How to Be a Safe Driver: 6 Lessons I Learned From Track Racing School

In this, the season of road trips, it's good to brush up on some basics.

by Nicholas McClelland

Few things behind the wheel thrill the automotive soul more than smashing the accelerator to the floor and winding up a beastly, naturally-aspirated V8 on a racetrack. The car’s throaty and ferocious acceleration throws your eyes wide open and causes all the hair on your body stand at attention. This is the bliss I experienced blistering through my veins as I blasted a 2019 Lexus GS F down the main straightaway at WeatherTech Laguna Seca Raceway. But my ecstasy was prematurely truncated when, an eye blink or two before the breaking zone, I felt my phone vibrating against my right leg. Distracted, I let off the throttle early and forfeited what could have been a great lap.

I’m fairly diligent about not touching my phone when I’m driving except to perhaps change the music at a traffic light. But otherwise I don’t text, check Twitter, or scroll through my email. I do, however, frequently leave it in my pocket. And an email alert at full throttle made me realize what a distraction that small haptic is. It saps the focus just as much at 35mph as at 135mph.

This was one of many small realizations I had during my time at the Lexus Performance Driving School, many of which have made me — and hopefully you — a better and safer driver on the street. As summer is peak drive time, here, along with some information from my instructor, veteran driver and head coach for Hooked on Racing Tupper Hull, are six safe driving tips I picked up.

1. Look Farther Down the Road

One of the simplest things I realized during my drive was also one of the most important: adjustments in vision are essential to being better behind the wheel. When I focused on looking further down the road, I was a better driver. “High performance driving racing is your vision; you want to be looking far down the road,” Hull said, confirming my suspicion. The same goes for the highway on your commute or the streets in your town. “The farther down the road you’re looking, the slower everything becomes and the sooner you can respond to the things around you.”

2. Be Aware of How You React

Certainly, you want to react to dangerous conditions on the road, but it’s important to not overdo it. In other words: Slamming on the brakes is usually not the best option to avoid issues on the road. “It doesn’t take very much input like a tap on the brakes or even a lift off the accelerator or even the slightest pressure on the accelerator will shift weight back and forth,” Hull said.

3. Understand Your Car’s Needs

On the track and off, you want to make sure your car is well maintained. According to Hull, one does everything they can to prep a race car and to make it safe so it will perform well and allow them to drive that car faster. On the street, it’s the same. “When I get into my street car, I want to know that I’ve got ample the tires or are at the right pressure. They’ve got adequate tread. I’ve got enough oil so I’m not going to burn off a motor,” Hull said. Your brakes are all so crucial. On the track, the consumables, like pad and rotors wear out more quickly and it’s easier to notice. On a street car, it’s a more gradual decay in performance, but you want to be aware with how they are functioning. “I do think being in touch with the car, whether it’s on the track or on the street, isn’t just safer, it’s going to save you a whole lot of headaches,” he said. “You don’t want to spend time on the side of the road waiting for AAA to come put your car in a flatbed.”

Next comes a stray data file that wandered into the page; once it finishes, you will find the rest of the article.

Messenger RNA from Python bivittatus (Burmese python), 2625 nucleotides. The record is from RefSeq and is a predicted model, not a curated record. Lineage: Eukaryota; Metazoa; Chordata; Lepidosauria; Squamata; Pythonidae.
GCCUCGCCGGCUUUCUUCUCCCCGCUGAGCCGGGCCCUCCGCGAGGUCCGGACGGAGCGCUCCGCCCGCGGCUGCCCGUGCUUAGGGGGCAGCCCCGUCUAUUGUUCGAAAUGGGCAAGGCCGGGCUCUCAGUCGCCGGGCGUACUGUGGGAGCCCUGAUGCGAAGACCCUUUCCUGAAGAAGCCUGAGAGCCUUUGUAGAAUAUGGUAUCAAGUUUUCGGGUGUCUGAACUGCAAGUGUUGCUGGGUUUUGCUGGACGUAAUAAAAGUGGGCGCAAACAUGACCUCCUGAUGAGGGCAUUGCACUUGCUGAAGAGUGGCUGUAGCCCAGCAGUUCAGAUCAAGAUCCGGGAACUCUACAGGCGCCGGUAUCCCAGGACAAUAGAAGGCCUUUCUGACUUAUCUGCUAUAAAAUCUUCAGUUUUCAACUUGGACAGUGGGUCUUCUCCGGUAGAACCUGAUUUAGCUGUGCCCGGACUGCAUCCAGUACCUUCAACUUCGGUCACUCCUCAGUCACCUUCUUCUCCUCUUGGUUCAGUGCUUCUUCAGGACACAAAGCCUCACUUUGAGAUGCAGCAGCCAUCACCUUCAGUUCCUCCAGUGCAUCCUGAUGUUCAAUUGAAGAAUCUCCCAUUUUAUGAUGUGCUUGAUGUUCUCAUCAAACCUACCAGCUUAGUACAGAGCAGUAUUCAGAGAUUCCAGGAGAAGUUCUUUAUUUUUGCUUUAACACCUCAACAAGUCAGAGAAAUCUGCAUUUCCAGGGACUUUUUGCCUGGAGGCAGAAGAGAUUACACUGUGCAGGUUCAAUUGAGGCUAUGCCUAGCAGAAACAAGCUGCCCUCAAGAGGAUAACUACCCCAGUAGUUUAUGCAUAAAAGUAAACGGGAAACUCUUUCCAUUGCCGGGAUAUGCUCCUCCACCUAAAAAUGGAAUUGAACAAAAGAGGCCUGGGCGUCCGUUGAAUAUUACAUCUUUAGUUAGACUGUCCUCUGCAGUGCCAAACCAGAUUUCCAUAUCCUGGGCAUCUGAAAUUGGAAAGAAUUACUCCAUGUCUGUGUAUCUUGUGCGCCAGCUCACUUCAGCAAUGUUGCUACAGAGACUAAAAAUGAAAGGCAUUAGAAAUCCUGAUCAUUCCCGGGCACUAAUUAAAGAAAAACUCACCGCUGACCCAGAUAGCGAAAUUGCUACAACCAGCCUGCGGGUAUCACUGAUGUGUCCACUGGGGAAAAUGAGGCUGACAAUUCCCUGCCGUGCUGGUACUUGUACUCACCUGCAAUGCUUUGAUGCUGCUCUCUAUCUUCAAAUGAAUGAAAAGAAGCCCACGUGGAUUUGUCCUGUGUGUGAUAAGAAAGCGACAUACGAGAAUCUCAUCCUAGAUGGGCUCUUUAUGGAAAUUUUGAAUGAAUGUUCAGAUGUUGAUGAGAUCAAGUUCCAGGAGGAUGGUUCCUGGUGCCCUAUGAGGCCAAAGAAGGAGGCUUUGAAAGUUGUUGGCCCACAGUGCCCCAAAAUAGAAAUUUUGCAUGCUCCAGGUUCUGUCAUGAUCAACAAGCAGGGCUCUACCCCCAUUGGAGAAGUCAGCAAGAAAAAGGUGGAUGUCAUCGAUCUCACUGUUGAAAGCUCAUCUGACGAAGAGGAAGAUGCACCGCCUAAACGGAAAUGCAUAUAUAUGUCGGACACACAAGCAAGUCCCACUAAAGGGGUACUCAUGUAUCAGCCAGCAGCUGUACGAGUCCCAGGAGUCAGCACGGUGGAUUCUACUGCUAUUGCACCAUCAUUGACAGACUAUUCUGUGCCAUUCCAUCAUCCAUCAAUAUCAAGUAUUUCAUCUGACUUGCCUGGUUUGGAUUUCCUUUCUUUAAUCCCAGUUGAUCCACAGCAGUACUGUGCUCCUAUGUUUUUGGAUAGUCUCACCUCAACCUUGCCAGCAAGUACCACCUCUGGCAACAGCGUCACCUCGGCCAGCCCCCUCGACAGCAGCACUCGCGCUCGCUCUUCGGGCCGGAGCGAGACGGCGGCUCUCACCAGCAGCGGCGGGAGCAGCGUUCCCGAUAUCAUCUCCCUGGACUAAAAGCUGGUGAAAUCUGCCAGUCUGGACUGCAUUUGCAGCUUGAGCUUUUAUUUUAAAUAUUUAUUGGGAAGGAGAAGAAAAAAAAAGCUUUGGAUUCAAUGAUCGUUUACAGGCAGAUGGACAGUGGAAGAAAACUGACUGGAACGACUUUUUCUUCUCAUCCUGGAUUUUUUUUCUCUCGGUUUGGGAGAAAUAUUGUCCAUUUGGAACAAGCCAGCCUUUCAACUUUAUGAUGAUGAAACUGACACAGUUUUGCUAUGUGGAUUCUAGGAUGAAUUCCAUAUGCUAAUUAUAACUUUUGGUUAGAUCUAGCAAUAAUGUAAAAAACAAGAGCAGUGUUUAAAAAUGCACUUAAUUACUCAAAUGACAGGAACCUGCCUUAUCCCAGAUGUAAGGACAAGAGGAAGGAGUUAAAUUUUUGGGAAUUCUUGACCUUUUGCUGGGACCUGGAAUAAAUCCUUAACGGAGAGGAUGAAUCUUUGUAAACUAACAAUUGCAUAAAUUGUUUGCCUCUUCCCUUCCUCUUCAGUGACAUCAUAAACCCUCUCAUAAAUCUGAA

4. Learn to Handle Your Need For Speed

Speed limits are set up for a reason and, despite our need for speed, it’s important to fight the need to be overly fast or aggressive on the road. There are just too many people and too many variables. “I don’t get my giggles on the street,” Hull said. “I get them out of my system pushing the limits out on the race track in a very controlled environment.” Much like a boxing class serves as an outlet to get out aggression, track racing serves as a way to get your speed fix. So, take a class if you want to unleash your inner Andretti.

5. Be Aware of Your Headspace

Keeping your attention on what you’re doing behind the wheel is key to keeping yourself and others safe. Of course, every driver loses focus, whether racing or commuting. But it’s important to realize it when it happens, so you can regain your concentration. If you find yourself drifting, reset, refocus and put it behind you. The same is true about getting angry on the road. “If you thinking, ‘God, that guy is way offline’ or ‘I don’t like the way that dope dive-bombed into that turn’ – You got to get rid of that and get back into your own space and get hyper-focused,” Hull said.

6. Put. Your. Phone. Away.

A cell phone is a major distraction in life, but especially so behind the wheel. When you’re driving, it’s a great idea to set it on ‘do not disturb’ and throw it in the passenger side glove box until you reach your destination. A simple buzz threw me off on the track; imagine what a larger distraction would’ve done.